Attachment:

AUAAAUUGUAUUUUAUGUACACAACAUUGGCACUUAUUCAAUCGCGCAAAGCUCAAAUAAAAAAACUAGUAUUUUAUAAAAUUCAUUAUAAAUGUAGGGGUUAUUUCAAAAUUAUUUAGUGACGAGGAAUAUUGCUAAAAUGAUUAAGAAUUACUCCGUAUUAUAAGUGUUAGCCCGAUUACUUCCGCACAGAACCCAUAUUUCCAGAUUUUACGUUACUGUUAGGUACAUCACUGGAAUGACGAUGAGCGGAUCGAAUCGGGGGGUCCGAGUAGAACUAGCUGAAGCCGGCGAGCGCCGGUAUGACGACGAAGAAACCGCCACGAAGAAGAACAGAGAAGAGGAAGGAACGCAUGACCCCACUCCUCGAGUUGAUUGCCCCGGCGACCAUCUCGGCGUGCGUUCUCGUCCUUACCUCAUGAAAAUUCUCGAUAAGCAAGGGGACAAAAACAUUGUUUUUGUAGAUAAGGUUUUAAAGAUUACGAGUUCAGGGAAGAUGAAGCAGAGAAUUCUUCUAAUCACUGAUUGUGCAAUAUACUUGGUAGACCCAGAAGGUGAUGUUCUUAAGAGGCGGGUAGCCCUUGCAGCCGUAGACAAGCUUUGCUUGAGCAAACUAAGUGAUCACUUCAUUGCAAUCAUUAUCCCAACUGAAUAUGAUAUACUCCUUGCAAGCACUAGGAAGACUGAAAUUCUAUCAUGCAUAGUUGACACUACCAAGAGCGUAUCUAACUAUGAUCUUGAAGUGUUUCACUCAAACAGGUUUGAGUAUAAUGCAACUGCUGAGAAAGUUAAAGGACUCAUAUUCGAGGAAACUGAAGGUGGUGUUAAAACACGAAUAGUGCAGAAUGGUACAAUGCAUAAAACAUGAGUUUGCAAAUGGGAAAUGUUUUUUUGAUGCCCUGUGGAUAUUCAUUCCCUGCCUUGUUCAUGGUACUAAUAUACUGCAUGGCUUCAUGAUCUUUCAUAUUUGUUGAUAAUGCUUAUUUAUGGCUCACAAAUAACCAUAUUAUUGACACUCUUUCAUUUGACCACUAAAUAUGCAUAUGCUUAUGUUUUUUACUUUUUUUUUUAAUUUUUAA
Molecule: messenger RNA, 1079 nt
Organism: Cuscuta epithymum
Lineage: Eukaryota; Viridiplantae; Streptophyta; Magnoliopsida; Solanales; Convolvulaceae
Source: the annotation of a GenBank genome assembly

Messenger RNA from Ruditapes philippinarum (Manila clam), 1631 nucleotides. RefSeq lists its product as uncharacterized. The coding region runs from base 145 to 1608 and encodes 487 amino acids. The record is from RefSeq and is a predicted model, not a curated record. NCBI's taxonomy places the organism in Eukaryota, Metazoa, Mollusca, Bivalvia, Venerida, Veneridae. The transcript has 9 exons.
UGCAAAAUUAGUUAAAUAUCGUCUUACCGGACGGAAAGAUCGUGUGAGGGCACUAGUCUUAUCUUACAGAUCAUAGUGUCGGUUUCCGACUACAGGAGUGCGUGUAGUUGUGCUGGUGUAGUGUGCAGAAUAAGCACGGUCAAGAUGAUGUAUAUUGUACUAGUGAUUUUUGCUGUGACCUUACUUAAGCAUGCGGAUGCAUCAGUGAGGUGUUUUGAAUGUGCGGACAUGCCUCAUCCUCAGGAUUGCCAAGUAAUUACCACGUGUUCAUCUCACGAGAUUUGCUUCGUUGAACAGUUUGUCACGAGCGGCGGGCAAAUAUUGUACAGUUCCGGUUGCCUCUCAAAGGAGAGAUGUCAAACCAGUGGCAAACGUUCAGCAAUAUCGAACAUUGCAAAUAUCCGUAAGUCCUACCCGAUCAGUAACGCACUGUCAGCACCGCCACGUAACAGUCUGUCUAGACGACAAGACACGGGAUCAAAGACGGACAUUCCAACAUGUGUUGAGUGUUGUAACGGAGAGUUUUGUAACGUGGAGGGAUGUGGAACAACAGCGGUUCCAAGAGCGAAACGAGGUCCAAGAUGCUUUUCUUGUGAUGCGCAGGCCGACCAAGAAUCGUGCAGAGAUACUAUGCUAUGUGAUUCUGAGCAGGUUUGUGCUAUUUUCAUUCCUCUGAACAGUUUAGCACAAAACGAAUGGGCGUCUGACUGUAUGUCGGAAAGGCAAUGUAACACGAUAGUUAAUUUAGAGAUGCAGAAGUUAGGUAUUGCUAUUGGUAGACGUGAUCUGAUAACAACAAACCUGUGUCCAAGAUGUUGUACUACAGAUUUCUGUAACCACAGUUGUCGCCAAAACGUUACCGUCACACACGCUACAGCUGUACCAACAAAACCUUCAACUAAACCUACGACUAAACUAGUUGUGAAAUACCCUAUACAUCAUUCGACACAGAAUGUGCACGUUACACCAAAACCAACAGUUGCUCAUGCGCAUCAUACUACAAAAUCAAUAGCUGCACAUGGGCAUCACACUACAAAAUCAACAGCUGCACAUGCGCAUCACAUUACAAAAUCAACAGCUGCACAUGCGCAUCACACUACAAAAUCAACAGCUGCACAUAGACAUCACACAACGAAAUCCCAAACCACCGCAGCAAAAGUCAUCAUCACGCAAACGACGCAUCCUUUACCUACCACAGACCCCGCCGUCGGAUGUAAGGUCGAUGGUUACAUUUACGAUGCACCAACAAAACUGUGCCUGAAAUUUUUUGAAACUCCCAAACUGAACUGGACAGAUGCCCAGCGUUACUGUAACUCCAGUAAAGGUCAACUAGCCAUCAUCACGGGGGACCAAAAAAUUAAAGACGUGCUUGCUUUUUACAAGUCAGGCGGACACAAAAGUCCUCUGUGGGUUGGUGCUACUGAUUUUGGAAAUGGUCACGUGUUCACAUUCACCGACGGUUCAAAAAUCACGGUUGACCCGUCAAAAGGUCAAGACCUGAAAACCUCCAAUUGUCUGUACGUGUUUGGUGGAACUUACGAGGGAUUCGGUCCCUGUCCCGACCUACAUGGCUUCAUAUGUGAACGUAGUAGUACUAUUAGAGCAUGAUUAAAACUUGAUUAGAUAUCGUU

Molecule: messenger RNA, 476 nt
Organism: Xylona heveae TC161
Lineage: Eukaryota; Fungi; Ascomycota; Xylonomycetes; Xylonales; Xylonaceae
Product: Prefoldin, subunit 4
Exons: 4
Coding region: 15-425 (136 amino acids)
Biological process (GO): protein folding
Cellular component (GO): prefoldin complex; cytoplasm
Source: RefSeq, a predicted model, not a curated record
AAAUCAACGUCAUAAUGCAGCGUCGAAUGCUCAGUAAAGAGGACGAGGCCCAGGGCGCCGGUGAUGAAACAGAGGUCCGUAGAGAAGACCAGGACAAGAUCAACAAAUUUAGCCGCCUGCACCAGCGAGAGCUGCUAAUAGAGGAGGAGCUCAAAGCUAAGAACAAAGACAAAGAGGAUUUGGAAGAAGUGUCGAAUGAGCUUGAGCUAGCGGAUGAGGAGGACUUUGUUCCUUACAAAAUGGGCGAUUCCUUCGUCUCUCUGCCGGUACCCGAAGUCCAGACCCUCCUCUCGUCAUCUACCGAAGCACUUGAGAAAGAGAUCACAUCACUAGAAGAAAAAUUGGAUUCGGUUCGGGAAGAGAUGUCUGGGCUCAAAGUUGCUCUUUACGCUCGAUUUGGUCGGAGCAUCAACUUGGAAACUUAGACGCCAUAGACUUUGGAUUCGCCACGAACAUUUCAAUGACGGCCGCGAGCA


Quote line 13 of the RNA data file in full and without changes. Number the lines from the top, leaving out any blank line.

Coding region: 15-425 (136 amino acids)